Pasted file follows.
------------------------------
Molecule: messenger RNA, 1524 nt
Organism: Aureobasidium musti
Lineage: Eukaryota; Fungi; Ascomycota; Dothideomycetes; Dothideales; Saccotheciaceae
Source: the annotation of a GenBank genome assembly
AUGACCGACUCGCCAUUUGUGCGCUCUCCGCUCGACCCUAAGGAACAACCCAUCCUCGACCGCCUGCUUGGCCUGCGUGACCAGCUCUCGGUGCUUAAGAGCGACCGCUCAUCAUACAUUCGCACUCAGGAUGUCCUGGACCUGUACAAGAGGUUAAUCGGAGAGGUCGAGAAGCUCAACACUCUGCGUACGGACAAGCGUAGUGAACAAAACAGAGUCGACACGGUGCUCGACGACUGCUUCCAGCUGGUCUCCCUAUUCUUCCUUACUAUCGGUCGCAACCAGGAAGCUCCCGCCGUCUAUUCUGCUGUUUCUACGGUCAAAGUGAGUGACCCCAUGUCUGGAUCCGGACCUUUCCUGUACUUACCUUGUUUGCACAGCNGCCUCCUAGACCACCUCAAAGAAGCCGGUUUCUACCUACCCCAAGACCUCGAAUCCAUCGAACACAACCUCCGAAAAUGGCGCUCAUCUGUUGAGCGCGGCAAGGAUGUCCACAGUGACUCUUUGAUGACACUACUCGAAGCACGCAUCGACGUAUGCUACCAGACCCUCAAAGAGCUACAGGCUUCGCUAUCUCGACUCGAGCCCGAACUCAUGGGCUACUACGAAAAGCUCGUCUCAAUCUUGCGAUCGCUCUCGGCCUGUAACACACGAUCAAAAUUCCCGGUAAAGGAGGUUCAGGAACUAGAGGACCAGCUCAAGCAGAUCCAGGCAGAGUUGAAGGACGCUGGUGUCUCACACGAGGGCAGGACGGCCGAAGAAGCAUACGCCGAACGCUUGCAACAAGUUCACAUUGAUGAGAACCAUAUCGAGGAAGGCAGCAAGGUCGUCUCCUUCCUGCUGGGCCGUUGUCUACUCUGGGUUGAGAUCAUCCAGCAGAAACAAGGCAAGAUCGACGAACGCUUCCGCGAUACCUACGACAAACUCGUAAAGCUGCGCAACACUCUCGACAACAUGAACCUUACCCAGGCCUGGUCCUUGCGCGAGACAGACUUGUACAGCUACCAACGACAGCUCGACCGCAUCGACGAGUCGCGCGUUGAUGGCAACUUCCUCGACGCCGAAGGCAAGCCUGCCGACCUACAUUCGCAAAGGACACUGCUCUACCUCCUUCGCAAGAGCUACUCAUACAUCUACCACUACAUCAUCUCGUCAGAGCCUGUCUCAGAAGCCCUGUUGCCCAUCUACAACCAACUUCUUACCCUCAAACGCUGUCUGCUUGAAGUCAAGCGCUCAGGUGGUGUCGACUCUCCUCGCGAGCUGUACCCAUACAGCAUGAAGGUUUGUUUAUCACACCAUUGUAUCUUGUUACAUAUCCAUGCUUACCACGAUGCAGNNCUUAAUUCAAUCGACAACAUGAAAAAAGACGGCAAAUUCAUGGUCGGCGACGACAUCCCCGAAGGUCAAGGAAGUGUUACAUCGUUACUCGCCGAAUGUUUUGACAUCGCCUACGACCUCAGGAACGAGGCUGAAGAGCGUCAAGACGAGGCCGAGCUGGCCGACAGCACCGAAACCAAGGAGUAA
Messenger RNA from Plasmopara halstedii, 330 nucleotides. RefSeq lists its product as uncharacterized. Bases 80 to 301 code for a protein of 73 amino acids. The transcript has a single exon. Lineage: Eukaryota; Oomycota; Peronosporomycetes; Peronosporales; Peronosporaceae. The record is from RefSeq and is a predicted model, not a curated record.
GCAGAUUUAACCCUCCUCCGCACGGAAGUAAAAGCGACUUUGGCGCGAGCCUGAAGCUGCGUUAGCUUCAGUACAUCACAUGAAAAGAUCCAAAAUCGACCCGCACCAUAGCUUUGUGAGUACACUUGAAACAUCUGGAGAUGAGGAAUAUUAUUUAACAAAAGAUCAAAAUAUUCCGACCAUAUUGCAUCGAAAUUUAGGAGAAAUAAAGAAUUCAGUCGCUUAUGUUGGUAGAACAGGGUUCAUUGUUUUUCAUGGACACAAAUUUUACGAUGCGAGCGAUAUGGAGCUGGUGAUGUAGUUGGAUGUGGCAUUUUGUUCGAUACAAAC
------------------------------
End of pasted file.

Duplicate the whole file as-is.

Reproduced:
Molecule: messenger RNA, 1524 nt
Organism: Aureobasidium musti
Lineage: Eukaryota; Fungi; Ascomycota; Dothideomycetes; Dothideales; Saccotheciaceae
Source: the annotation of a GenBank genome assembly
AUGACCGACUCGCCAUUUGUGCGCUCUCCGCUCGACCCUAAGGAACAACCCAUCCUCGACCGCCUGCUUGGCCUGCGUGACCAGCUCUCGGUGCUUAAGAGCGACCGCUCAUCAUACAUUCGCACUCAGGAUGUCCUGGACCUGUACAAGAGGUUAAUCGGAGAGGUCGAGAAGCUCAACACUCUGCGUACGGACAAGCGUAGUGAACAAAACAGAGUCGACACGGUGCUCGACGACUGCUUCCAGCUGGUCUCCCUAUUCUUCCUUACUAUCGGUCGCAACCAGGAAGCUCCCGCCGUCUAUUCUGCUGUUUCUACGGUCAAAGUGAGUGACCCCAUGUCUGGAUCCGGACCUUUCCUGUACUUACCUUGUUUGCACAGCNGCCUCCUAGACCACCUCAAAGAAGCCGGUUUCUACCUACCCCAAGACCUCGAAUCCAUCGAACACAACCUCCGAAAAUGGCGCUCAUCUGUUGAGCGCGGCAAGGAUGUCCACAGUGACUCUUUGAUGACACUACUCGAAGCACGCAUCGACGUAUGCUACCAGACCCUCAAAGAGCUACAGGCUUCGCUAUCUCGACUCGAGCCCGAACUCAUGGGCUACUACGAAAAGCUCGUCUCAAUCUUGCGAUCGCUCUCGGCCUGUAACACACGAUCAAAAUUCCCGGUAAAGGAGGUUCAGGAACUAGAGGACCAGCUCAAGCAGAUCCAGGCAGAGUUGAAGGACGCUGGUGUCUCACACGAGGGCAGGACGGCCGAAGAAGCAUACGCCGAACGCUUGCAACAAGUUCACAUUGAUGAGAACCAUAUCGAGGAAGGCAGCAAGGUCGUCUCCUUCCUGCUGGGCCGUUGUCUACUCUGGGUUGAGAUCAUCCAGCAGAAACAAGGCAAGAUCGACGAACGCUUCCGCGAUACCUACGACAAACUCGUAAAGCUGCGCAACACUCUCGACAACAUGAACCUUACCCAGGCCUGGUCCUUGCGCGAGACAGACUUGUACAGCUACCAACGACAGCUCGACCGCAUCGACGAGUCGCGCGUUGAUGGCAACUUCCUCGACGCCGAAGGCAAGCCUGCCGACCUACAUUCGCAAAGGACACUGCUCUACCUCCUUCGCAAGAGCUACUCAUACAUCUACCACUACAUCAUCUCGUCAGAGCCUGUCUCAGAAGCCCUGUUGCCCAUCUACAACCAACUUCUUACCCUCAAACGCUGUCUGCUUGAAGUCAAGCGCUCAGGUGGUGUCGACUCUCCUCGCGAGCUGUACCCAUACAGCAUGAAGGUUUGUUUAUCACACCAUUGUAUCUUGUUACAUAUCCAUGCUUACCACGAUGCAGNNCUUAAUUCAAUCGACAACAUGAAAAAAGACGGCAAAUUCAUGGUCGGCGACGACAUCCCCGAAGGUCAAGGAAGUGUUACAUCGUUACUCGCCGAAUGUUUUGACAUCGCCUACGACCUCAGGAACGAGGCUGAAGAGCGUCAAGACGAGGCCGAGCUGGCCGACAGCACCGAAACCAAGGAGUAA
Messenger RNA from Plasmopara halstedii, 330 nucleotides. RefSeq lists its product as uncharacterized. Bases 80 to 301 code for a protein of 73 amino acids. The transcript has a single exon. Lineage: Eukaryota; Oomycota; Peronosporomycetes; Peronosporales; Peronosporaceae. The record is from RefSeq and is a predicted model, not a curated record.
GCAGAUUUAACCCUCCUCCGCACGGAAGUAAAAGCGACUUUGGCGCGAGCCUGAAGCUGCGUUAGCUUCAGUACAUCACAUGAAAAGAUCCAAAAUCGACCCGCACCAUAGCUUUGUGAGUACACUUGAAACAUCUGGAGAUGAGGAAUAUUAUUUAACAAAAGAUCAAAAUAUUCCGACCAUAUUGCAUCGAAAUUUAGGAGAAAUAAAGAAUUCAGUCGCUUAUGUUGGUAGAACAGGGUUCAUUGUUUUUCAUGGACACAAAUUUUACGAUGCGAGCGAUAUGGAGCUGGUGAUGUAGUUGGAUGUGGCAUUUUGUUCGAUACAAAC